And it’s certainly not trolling to disagree politely. Rest your mind on that score. Me saying “It’s just my opinion” seems kind of redundant when it’s basically an opinion column this week, but, you know, it IS just my opinion. Your mileage may vary, and if you want to say so, have at it. Shucks, it’s why we have a comments section.

Voodoo is getting lumped in with the Starfire and Catwoman books, and it shouldn’t be.

I agree with that assessment. It’s just that I personally don’t think Catwoman should be lumped with Starfire, either. (Starfire’s personality got a complete rewrite in a way that would be making people angry even without the sex issues, while Selina is basically Selina.)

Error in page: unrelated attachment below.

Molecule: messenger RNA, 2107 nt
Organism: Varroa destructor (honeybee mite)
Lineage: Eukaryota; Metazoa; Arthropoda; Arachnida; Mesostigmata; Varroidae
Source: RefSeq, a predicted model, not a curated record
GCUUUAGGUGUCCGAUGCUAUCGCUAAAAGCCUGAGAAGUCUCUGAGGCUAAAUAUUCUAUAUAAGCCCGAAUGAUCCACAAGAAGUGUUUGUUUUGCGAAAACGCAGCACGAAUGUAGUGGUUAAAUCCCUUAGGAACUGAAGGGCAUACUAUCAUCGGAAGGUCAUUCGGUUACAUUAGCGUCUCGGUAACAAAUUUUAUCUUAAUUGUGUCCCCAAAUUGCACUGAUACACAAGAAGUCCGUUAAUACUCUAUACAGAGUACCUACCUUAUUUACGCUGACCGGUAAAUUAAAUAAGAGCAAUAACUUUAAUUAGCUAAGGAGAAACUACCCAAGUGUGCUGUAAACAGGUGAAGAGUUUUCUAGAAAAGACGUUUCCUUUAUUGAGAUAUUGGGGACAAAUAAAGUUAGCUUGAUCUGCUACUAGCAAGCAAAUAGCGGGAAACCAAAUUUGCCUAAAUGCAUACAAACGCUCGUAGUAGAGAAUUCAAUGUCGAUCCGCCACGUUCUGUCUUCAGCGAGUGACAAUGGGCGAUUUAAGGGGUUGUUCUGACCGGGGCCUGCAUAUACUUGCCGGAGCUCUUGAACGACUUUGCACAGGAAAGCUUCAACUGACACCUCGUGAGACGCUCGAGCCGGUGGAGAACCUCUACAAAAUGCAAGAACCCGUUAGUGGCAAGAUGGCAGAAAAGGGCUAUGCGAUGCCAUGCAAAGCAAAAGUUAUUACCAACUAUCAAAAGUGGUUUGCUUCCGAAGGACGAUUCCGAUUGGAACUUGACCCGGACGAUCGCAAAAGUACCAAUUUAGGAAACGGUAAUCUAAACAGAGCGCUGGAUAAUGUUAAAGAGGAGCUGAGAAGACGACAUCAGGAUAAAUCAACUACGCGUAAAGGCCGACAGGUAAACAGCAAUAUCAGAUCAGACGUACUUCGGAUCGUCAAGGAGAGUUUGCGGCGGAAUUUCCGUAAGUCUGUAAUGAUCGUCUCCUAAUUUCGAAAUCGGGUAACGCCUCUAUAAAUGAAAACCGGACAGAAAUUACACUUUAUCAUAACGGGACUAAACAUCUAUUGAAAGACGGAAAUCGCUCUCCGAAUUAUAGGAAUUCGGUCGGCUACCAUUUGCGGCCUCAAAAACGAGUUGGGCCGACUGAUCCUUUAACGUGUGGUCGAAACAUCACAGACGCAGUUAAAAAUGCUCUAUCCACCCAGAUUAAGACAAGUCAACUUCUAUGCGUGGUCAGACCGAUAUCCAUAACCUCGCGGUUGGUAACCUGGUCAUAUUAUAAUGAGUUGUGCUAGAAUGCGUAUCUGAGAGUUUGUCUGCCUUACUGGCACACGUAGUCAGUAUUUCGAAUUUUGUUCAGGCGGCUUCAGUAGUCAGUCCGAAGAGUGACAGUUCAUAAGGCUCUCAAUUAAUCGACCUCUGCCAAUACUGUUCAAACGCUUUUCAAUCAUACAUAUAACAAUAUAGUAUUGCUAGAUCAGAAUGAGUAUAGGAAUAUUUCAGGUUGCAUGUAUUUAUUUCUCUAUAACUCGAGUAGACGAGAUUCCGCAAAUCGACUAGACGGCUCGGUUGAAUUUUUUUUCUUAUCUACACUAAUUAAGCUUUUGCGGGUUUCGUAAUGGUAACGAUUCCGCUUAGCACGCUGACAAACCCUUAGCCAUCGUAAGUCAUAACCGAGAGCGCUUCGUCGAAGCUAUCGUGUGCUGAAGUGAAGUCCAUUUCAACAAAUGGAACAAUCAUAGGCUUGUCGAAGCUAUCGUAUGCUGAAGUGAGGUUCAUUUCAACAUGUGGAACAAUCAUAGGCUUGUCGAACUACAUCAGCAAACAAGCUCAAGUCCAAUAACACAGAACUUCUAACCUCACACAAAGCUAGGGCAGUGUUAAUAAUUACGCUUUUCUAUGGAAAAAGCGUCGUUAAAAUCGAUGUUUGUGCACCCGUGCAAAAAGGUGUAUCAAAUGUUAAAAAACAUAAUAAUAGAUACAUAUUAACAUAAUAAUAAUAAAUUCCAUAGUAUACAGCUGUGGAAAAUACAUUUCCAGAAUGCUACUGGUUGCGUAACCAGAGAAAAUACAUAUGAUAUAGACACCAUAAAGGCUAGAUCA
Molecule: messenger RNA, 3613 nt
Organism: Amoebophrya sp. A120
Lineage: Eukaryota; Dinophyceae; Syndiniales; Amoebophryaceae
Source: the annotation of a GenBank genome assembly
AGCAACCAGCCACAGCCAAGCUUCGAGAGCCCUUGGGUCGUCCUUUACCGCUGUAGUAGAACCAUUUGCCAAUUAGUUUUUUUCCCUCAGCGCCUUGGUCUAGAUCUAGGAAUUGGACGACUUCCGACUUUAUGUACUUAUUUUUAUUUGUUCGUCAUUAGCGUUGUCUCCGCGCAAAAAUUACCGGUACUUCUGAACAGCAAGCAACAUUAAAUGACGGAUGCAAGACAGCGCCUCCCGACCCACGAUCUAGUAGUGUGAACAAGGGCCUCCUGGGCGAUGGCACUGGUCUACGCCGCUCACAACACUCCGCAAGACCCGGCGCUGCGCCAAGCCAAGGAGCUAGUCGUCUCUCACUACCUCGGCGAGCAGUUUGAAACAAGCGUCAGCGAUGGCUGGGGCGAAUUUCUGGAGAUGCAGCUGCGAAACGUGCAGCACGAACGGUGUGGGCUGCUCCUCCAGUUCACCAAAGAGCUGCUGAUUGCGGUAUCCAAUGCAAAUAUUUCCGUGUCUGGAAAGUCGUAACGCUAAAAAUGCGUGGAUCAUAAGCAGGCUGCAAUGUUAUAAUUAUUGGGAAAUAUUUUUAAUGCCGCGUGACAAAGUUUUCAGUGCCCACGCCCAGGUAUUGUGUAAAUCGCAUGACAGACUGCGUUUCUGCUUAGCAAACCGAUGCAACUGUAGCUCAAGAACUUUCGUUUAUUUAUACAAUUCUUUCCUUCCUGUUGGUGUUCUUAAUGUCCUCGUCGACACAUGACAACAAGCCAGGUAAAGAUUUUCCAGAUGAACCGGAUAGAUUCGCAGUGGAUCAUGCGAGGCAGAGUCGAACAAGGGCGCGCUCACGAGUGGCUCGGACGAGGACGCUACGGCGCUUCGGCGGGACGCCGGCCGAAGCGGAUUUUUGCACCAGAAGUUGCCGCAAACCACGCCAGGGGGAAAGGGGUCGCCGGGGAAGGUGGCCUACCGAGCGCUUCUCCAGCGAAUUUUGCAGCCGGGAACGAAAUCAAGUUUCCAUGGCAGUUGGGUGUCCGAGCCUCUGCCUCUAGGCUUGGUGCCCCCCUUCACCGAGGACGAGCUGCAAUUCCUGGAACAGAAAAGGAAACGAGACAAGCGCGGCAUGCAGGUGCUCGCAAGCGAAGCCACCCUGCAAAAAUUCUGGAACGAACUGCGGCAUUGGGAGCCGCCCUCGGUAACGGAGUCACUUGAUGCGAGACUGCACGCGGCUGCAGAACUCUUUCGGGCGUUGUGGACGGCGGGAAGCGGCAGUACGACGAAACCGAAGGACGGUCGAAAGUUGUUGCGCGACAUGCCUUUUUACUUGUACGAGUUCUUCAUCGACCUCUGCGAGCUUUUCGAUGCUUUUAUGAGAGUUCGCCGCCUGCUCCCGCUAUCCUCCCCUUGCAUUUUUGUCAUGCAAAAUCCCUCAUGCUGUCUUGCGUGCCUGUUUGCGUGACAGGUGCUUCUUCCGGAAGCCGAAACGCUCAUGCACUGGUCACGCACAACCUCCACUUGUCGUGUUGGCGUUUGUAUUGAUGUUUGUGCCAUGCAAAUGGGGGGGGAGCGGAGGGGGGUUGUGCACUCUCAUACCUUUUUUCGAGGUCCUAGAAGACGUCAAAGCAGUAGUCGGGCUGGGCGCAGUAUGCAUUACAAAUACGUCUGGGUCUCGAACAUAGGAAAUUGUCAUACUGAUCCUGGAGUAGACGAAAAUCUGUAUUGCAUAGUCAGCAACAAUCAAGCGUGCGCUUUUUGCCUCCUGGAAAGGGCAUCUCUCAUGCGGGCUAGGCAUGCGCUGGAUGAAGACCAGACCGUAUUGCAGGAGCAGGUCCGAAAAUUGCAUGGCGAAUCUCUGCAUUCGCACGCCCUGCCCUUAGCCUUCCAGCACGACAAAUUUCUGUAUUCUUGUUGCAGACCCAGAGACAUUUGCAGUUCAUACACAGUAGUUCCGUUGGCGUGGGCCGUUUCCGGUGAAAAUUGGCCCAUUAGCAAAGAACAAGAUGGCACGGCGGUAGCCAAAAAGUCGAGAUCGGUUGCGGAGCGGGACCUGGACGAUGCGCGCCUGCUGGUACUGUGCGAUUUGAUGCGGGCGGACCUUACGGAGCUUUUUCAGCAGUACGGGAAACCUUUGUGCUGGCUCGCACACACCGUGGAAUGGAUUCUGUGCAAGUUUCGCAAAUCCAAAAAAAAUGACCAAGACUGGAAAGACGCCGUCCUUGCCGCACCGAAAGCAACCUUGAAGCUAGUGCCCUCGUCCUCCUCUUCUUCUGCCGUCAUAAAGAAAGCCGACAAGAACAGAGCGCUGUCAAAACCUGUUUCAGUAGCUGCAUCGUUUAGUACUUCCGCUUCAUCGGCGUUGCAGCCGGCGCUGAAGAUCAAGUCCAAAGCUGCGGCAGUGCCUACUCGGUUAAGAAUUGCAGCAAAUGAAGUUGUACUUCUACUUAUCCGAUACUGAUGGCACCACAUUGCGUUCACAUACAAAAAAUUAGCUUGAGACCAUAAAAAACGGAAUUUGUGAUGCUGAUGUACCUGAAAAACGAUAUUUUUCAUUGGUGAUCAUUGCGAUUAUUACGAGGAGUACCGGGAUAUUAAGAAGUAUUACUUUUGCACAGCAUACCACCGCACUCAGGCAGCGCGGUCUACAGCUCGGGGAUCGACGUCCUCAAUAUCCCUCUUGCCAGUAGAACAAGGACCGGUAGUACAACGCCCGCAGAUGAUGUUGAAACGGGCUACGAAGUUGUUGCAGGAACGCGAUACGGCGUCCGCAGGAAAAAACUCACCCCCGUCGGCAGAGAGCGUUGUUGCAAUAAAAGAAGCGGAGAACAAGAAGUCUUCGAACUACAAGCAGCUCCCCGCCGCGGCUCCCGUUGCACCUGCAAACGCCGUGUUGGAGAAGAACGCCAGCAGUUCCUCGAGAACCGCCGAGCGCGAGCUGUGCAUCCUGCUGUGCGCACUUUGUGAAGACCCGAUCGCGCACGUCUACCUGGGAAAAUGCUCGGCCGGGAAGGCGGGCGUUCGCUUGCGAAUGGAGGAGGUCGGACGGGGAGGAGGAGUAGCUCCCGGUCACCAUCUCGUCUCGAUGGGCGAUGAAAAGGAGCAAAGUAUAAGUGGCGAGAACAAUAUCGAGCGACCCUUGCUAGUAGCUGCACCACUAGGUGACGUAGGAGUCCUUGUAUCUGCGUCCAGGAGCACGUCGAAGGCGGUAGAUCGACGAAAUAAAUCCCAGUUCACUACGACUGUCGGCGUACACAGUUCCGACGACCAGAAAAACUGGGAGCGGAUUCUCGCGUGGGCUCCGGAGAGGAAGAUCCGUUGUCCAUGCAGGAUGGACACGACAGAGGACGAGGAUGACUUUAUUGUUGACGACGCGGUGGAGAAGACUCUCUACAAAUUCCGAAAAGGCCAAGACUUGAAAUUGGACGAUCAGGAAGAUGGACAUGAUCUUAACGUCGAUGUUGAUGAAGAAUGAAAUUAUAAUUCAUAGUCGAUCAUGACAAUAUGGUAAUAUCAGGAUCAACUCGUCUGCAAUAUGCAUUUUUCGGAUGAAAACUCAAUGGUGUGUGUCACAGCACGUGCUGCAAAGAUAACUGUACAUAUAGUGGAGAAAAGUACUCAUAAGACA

On a different note, how much of Basri’s previous work on Power Girl have you seen? I’m assuming the answer is very little because of the Winick issue, but Basri similarly avoided cheesecake in that series as well while still doing a good job of portraying Power Girl as Power Girl. (He’s one of the few Power Girl artists who didn’t feel the need to emphasizes Power Girl’s assets; even Amanda Connor fell into that trap somewhat.)

It’s funny, because to me, Mister Terrific was one of the five worst of the new books. Plus, while I agree with you a bit about Voodoo, I don’t think Basri’s art is usually all that good and you’re right – it was completely wrong for this book. But Marz didn’t do the best job of making the women seem “desperate and sad.” I think if he had done that (not to the point where it’s ridiculous, but more than he does in this) and if someone other than Basri had been drawing it, the book would have been really good. But it’s just kind of blah.